Oral Care Products in the United States
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Although consumer oral care has both hot product segments, and some struggling ones, the market as a whole is expected to achieve relatively decent progress during 2008-2014. Packaged Facts anticipates that retail sales will surpass $10.9 billion by the end of the six years, thus expanding a total of more than 20%, or by a robust $1.8 billion.
Based on Packaged Facts’ own estimates, it is clear that the dental preps category accounted for about 43%-45% of U.S. retail dollar sales of all oral care products, throughout 2004-2008.
Breath control products gained strength during the same four years: The category had 34% of sales in 2008, having added 2.4 share-points since 2004; while implements/appliances gave up some share, losing 1.4 points during 2004-2008.
Toothpaste, whiteners, sugarless gum, mouthwash, manual or electric toothbrushes, floss, and other oral care items retailed at $9.1 billion in 2008 — and $10.9 billion is possible by 2014.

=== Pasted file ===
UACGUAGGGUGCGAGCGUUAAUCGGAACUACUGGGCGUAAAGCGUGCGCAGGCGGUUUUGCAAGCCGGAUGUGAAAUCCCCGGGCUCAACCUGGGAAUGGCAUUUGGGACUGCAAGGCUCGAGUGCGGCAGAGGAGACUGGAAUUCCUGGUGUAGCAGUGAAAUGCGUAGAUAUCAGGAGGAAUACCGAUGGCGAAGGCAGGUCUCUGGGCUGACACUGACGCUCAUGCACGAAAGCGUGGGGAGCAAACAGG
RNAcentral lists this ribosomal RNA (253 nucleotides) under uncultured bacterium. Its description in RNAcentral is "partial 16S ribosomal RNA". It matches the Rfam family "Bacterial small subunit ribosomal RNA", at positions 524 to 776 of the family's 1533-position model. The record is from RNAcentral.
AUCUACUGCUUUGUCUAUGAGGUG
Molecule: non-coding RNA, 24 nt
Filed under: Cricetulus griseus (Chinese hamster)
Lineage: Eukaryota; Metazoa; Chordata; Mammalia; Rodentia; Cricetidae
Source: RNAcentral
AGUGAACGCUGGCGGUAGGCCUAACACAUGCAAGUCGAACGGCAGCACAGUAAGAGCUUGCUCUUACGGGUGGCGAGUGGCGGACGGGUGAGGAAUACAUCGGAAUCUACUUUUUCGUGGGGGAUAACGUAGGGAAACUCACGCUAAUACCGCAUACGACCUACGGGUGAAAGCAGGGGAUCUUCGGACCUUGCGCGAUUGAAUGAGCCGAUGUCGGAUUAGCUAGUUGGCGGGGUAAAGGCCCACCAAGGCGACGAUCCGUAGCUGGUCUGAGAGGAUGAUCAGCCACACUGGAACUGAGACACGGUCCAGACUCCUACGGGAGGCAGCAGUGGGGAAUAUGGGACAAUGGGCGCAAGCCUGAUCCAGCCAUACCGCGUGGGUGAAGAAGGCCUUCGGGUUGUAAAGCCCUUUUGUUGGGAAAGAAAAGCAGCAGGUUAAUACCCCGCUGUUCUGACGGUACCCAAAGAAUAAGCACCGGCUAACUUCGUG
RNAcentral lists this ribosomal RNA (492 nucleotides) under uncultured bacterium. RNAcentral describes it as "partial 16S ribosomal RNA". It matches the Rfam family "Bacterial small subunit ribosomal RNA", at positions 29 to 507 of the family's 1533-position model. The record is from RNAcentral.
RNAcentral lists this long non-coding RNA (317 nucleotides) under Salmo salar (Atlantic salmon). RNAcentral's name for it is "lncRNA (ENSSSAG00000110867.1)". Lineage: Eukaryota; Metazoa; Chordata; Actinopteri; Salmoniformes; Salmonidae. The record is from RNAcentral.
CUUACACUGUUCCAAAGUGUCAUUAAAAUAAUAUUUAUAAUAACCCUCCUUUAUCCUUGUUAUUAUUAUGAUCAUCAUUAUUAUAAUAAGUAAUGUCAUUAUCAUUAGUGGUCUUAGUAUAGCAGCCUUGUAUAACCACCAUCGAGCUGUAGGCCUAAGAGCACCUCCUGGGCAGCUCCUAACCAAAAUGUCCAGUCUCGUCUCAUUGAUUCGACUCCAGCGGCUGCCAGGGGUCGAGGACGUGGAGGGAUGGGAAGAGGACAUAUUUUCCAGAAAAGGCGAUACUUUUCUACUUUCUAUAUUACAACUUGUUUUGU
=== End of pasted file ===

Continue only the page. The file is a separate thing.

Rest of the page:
Marketers have proven that this mature industry can still show growth. Americans already brush their teeth, and most gargle or pop breath mints, and yet pure innovation and outside-the-box positionings have sparked one profitable oral care fad after another. However, in 2009, sales of the once wildly popular $5 battery-operated toothbrush, of dissolvable breath strips, and of many dedicated whiteners, have long since faded.
What are the oral care market’s new dollar-drivers? What are the latest flashy strategies to lift brands out of the funk of market maturity? And will consumer oral care thrive or nosedive during these economic hard times? ...Packaged Facts’ new edition of The U.S. Market for Oral Care Products, 7th Edition is a manual for success — featured are detailed past and future sales estimates, IRI brand share data, extensive Simmons demographic profiles, and our usual insightful analysis. Also, the gameplans of Procter & Gamble, Colgate-Palmolive, Johnson & Johnson, and others are examined in depth.
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